It is always fun to add an instant splash of color to a garden with annual flowers. Yet, sometimes there are difficult spots where plants just won’t grow, whether beneath a large tree where roots outcompete or on a patio where planting in ground just isn’t an option. Fortunately, we can use containers to give plants a beneficial place to stretch their roots so we’re able to enjoy the color and enlivenment they provide.
If you haven’t considered container gardening before, think about the versatility. Consider not only where they can be used, but also what can be planted in them, not to mention practically anything can be used as a container! Containers can add instant color, movement, and texture to: gardens, patios, decks, porches, doors, windows, balconies, and small urban areas. They work well in tough sites: shade, poor soil, around hardscape areas, in high traffic areas, and under porches and overhangs. Any plant type can be used in containers: annuals, perennials, vines, trees and shrubs, vegetables, tropicals, succulents, wildflowers, etc. I’ve even seen an invasive weed display grown in containers as an educational tool at an arboretum! Advantageously, planting in containers can allow one to try new things, push the limits of hardiness, give low growing plants a different view and they’re able to be grouped or moved. Furthermore, there are not limits to what has been/can be used to plant in! From the most decorative urns and ceramic planters, to tires, toilets, and bathtubs! Container gardening is a fun and creative avenue of gardening.
Here are a few design tips for containers:
• A well designed container consists of three types of plant forms: thriller, filler, and spiller.
A thriller is the focal point of your container typically because of height, flowers, or some bold characteristic that is really eye‐catching.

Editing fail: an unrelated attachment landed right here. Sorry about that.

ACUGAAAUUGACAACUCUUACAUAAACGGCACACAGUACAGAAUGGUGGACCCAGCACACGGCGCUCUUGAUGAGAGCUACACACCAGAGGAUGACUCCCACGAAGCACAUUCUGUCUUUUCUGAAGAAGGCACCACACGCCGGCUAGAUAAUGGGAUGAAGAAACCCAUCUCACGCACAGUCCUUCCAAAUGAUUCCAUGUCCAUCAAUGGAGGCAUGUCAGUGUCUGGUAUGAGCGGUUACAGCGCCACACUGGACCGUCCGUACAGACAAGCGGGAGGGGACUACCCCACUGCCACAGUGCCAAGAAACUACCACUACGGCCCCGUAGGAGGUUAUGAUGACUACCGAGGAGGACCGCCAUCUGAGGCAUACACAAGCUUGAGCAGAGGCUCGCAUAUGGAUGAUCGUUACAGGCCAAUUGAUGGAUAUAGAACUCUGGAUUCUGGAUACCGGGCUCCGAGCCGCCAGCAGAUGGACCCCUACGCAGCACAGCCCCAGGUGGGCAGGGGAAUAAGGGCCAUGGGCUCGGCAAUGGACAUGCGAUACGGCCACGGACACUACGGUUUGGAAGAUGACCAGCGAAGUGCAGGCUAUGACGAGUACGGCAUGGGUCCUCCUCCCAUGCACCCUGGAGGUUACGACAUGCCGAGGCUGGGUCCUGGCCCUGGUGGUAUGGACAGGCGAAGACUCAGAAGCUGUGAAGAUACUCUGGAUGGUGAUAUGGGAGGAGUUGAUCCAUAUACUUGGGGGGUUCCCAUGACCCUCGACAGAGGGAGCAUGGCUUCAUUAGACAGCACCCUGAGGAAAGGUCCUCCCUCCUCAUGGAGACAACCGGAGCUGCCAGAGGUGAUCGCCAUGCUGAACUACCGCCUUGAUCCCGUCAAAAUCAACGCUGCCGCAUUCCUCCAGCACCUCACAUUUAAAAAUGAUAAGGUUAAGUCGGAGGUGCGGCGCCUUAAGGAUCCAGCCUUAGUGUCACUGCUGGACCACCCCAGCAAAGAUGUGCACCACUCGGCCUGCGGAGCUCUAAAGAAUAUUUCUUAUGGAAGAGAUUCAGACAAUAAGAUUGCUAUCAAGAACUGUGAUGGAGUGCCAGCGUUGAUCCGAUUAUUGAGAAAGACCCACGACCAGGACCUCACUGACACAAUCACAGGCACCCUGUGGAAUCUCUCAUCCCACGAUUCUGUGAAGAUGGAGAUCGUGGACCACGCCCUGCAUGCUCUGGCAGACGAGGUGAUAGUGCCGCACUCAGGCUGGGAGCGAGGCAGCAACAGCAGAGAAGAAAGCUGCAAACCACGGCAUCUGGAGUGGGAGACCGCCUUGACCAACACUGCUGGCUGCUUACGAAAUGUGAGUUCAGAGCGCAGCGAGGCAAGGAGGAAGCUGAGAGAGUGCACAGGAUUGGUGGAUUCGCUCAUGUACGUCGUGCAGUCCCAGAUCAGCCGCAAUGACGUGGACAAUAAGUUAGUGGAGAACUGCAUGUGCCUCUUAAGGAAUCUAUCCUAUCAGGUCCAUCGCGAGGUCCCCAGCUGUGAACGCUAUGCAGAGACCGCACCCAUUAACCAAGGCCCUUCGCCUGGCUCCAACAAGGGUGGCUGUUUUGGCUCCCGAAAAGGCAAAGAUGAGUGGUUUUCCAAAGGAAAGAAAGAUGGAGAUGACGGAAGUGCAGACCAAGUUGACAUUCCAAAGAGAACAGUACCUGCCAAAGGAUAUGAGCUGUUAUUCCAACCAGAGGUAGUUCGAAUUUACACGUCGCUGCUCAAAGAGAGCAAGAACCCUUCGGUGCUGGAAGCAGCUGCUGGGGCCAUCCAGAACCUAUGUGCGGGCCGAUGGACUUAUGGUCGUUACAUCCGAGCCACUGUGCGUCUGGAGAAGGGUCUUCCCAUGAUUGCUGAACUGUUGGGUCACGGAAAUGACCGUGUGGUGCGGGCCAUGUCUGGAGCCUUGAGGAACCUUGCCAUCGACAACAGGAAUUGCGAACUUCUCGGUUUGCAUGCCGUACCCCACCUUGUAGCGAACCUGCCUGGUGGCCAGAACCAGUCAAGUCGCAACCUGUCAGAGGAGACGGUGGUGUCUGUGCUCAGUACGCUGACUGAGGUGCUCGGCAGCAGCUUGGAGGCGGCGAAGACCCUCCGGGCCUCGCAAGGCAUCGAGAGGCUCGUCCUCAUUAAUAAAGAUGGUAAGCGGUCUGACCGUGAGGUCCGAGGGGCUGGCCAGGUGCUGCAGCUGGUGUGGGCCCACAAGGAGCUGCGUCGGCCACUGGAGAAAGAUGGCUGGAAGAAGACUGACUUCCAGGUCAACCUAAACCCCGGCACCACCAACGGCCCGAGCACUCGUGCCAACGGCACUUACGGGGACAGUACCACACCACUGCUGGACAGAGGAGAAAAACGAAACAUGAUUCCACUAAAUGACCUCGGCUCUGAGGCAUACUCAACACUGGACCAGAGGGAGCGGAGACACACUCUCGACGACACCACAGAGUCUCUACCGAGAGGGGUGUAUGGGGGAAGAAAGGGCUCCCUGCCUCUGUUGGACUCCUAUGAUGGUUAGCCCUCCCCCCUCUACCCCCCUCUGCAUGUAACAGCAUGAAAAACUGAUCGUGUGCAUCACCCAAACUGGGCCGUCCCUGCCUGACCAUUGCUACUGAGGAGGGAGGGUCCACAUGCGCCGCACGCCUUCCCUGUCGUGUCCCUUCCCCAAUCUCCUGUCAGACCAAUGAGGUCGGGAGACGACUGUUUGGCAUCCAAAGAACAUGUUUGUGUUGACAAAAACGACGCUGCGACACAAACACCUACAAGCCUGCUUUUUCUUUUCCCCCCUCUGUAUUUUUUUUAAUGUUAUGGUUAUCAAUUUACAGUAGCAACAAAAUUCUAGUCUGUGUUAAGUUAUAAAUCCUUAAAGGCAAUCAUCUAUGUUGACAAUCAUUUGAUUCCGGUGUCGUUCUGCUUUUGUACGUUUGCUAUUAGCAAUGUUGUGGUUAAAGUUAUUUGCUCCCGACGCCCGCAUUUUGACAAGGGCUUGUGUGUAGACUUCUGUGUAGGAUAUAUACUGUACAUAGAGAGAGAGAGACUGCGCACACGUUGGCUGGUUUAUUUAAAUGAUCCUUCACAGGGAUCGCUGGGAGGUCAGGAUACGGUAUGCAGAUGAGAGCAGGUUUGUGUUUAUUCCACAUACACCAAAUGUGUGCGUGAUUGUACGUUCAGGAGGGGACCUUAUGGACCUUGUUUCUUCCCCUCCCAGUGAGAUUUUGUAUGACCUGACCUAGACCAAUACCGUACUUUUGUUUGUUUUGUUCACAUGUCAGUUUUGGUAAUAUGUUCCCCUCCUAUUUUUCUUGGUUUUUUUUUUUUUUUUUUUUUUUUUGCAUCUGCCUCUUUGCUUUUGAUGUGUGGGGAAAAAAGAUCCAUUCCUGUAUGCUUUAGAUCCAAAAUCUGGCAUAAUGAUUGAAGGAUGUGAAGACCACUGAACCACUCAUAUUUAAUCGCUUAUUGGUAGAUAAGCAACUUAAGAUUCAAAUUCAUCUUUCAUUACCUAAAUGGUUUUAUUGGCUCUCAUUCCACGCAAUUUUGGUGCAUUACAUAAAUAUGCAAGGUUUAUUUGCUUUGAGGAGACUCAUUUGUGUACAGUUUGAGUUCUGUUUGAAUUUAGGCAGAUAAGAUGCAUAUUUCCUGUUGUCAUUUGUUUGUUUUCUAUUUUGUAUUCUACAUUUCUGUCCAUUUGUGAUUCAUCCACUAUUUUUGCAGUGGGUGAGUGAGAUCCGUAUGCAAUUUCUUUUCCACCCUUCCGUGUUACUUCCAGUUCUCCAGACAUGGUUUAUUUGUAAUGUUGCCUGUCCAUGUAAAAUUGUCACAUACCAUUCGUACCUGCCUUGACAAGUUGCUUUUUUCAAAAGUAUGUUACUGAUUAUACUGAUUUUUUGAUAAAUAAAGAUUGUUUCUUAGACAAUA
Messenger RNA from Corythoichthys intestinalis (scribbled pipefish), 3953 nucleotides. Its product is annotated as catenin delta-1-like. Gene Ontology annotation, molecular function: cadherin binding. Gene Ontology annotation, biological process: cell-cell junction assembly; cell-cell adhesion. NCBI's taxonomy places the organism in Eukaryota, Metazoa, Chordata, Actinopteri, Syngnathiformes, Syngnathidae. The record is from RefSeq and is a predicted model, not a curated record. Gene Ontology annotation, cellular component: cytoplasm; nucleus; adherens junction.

Filler plants balance the height differences between the thriller and spiller.
Spiller plants drape over the edges of containers, softening the look.
• Mix plants with at least three different textures of foliage for interest, and incorporate plants for their foliage, not just flowers.
• Select plants that have the same cultural needs! Sun or shade and moisture requirements.
• Larger containers are easier to keep plants in for longer times.
• Smaller containers will need to be watered more often.
• When grouping containers, simplify the plantings in individual containers. Repeat plants for continuity.
Always allow for proper drainage! Once containers are planted the maintenance process begins!
• Water, water, water! I just came across a gardening tip in which sponges were used in the bottoms of containers to retain water. A tip I’m definitely trying out next year!
• Groom and prune as needed. It may be necessary to cut back plants growing faster than others to keep balance and competition in check.
• Fertilize as needed
• Watch for pests and diseases. Treat as needed. For example, while doing a routine check of my newly planted annuals and containers I encountered a pest problem, (thus leading to a fit of anger and blood pressure problem).
The culprit? Most likely a raccoon that destroyed my container grouping on the spa patio.
The solution? I’ll tell you chili powder was not an effective solution. This was my initial action, but the following morning brought nearly the same image as above. Thus far, chicken wire has been the solution.
I cut pieces of chicken wire to lie across the tops of the containers. Planting below the lip of the container allows the chicken wire to stay in place and not be lifted out.
Just cut and bend the wire to create pockets to plant in.
Eventually, the plants will grow and disguise the wire. Alternatively, a light layer of mulch covers the wire and is not only an aesthetic application, but will help with moisture retention as well!
Upon checking the containers the next morning, the grouping was untouched but one! I think with a bit more securing of the chicken wire, this will be the solution! I was just happy to see the plants had stayed in the containers and weren’t strewn all over the ground!
So get container gardening! Add color and enlivenment to otherwise rough, tough, or barren spaces! Let your creativity drive you, and remember thrillers, fillers, and spillers when planning your pots. There is some work to it, but remember most importantly to give proper drainage and keep them watered!
Happy container gardening!